The number of ECE ILLINOIS faculty members.
Donald Biggar Willett (1897-1981) attended the U of I from 1916 to 1922, but left the university just a few hours short of earning a bachelor's degree in civil engineering. During the 1930s, Willett moved to Los Angeles and opened a tax accounting business. He died in 1981 at age 83. His wife, Elizabeth Marie Henning Willett, was an avid investor who accumulated a fortune. She knew that her husband admired the U of I College of Engineering for its thriftiness and honesty, so in her will she left a gift to the college for research in memory of her husband. Mrs. Willett died in 1993 at age 91. The purpose of the Willett Professorships is to increase the distinction of the College and its departments by recognizing and stimulating intellectual leadership and outstanding research.
Brian T. Cunningham is a professor in the departments of Electrical and Computer Engineering and Bioengineering at Illinois. Research in his Nano Sensors Group is focused on the application of sub-wavelength optical phenomena and fabrication methods to the development of novel devices and instrumentation for the life sciences. By constructing nanostructure surfaces — such as photonic crystals that can capture light from an LED, a laser, or a light bulb, and to concentrate its energy on the surface — researchers can attach biomolecules like antibodies or proteins, and selectively look for, and grab, something specific out of a test sample. One recent breakthrough by the group is the first biosensing laser, with a number of applications for their research, including HIV viral load and early-stage cancer detection.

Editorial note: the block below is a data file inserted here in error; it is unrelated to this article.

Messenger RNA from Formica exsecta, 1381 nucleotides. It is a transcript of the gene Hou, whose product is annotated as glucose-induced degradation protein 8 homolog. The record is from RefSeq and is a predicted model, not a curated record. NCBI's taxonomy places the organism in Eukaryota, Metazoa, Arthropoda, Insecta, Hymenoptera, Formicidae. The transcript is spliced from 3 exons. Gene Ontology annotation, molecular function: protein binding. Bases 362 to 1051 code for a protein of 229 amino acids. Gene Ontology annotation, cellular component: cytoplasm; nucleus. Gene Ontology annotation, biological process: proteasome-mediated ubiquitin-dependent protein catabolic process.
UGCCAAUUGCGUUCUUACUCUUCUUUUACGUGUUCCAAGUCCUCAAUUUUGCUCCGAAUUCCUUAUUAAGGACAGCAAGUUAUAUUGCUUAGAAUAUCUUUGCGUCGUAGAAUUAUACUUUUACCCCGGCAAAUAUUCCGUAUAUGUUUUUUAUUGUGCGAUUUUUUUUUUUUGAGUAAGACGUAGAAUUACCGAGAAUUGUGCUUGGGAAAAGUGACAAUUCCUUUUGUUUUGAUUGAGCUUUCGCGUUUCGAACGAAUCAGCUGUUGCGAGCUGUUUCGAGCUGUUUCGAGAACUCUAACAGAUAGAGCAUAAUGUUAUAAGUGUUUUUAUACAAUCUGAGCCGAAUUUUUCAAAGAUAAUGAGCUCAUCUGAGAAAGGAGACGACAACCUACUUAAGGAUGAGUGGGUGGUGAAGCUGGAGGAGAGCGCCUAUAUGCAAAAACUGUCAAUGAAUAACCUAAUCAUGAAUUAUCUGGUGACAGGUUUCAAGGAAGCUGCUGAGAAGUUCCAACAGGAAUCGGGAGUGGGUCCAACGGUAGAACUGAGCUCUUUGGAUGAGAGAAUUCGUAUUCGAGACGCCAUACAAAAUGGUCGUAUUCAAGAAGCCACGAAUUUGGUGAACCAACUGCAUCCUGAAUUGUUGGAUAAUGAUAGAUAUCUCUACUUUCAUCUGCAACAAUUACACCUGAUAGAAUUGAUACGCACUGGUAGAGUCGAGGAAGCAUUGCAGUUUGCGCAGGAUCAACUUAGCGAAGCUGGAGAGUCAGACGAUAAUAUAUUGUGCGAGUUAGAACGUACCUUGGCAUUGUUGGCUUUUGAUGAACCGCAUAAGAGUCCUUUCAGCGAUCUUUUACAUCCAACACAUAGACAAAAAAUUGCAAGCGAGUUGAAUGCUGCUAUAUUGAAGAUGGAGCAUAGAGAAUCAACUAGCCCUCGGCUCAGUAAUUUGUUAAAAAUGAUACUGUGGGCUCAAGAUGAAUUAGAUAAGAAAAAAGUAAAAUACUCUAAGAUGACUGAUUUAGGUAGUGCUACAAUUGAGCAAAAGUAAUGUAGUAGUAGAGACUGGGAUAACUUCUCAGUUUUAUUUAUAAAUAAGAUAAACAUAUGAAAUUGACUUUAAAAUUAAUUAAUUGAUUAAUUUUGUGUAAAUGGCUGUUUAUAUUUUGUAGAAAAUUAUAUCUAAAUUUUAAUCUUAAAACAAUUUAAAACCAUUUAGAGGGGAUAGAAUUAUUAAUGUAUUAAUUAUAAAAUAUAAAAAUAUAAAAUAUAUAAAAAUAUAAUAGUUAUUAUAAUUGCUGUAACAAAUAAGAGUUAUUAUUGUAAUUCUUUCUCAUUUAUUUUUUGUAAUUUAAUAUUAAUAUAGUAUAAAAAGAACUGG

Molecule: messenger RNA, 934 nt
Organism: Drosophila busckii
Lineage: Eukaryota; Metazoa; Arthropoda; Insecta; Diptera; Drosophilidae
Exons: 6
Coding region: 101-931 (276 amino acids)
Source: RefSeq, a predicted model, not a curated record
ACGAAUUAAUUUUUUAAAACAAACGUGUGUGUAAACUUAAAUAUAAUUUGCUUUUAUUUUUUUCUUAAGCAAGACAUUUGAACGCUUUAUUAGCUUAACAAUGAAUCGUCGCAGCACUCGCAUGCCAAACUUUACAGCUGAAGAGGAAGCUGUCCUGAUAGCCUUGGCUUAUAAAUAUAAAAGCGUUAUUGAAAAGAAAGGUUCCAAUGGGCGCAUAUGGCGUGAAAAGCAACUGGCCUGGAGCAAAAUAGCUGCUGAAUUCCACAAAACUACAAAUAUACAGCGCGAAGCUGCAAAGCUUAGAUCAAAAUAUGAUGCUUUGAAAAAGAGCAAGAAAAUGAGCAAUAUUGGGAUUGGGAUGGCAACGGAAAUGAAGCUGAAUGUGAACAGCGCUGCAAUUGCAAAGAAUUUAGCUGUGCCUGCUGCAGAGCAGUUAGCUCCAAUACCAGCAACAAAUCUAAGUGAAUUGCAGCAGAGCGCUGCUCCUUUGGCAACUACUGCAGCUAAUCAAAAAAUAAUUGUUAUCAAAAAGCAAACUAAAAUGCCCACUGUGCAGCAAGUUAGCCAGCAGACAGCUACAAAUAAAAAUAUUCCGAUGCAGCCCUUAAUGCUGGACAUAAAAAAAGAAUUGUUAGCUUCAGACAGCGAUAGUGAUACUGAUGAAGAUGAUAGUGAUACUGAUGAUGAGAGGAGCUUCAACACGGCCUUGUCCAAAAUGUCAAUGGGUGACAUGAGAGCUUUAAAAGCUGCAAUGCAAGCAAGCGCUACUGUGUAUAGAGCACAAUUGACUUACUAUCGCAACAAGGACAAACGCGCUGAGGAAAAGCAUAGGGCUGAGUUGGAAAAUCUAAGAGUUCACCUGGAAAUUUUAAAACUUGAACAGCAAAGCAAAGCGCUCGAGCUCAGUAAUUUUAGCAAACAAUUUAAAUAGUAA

Cunningham is the founder of Exalt Diagnostics, a company established in 2012 to commercialize Photonic Crystal Enhanced Fluorescence technology for applications in early disease diagnostics, allergy characterization, and life science research. Exalt Diagnostics has also licensed Cunningham’s patents in the field of mobile device diagnostics for point-of-care, point-of-use, manufacturing quality control, food safety, and environmental monitoring applications. Cunningham is the author of 78 issued U.S. patents, and is considered as one of the world’s leading authorities in the field of biosensors.